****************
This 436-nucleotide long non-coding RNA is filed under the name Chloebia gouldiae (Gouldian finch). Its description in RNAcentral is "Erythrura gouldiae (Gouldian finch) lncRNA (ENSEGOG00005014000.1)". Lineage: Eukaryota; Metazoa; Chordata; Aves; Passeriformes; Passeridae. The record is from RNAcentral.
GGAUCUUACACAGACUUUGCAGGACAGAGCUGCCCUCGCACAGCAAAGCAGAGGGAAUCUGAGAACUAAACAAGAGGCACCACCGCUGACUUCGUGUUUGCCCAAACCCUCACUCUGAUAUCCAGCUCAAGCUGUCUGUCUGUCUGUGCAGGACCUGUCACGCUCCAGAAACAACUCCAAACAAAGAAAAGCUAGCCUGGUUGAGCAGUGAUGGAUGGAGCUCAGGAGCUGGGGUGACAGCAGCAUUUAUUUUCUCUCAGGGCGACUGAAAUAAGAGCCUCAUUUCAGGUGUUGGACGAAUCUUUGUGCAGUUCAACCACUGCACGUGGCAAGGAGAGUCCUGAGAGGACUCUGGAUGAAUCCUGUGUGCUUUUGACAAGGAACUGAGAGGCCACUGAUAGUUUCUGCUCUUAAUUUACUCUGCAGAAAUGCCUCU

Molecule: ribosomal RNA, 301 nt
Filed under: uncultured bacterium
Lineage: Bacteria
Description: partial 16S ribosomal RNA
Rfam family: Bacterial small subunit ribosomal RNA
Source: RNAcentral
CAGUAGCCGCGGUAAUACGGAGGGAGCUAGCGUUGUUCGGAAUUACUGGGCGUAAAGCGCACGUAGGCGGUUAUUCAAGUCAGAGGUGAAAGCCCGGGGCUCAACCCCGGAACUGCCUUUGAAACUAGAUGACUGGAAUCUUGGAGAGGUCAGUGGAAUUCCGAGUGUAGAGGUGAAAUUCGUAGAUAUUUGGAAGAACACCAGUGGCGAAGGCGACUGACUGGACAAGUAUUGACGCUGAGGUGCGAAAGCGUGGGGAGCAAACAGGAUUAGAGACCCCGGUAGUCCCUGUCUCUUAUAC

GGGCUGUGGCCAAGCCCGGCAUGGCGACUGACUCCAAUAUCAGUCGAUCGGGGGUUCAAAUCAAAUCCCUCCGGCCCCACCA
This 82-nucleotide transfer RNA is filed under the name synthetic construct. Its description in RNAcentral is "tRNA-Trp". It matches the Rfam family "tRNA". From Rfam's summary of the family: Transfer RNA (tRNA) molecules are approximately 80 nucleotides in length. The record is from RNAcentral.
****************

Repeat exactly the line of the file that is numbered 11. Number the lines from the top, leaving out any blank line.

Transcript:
This 82-nucleotide transfer RNA is filed under the name synthetic construct. Its description in RNAcentral is "tRNA-Trp". It matches the Rfam family "tRNA". From Rfam's summary of the family: Transfer RNA (tRNA) molecules are approximately 80 nucleotides in length. The record is from RNAcentral.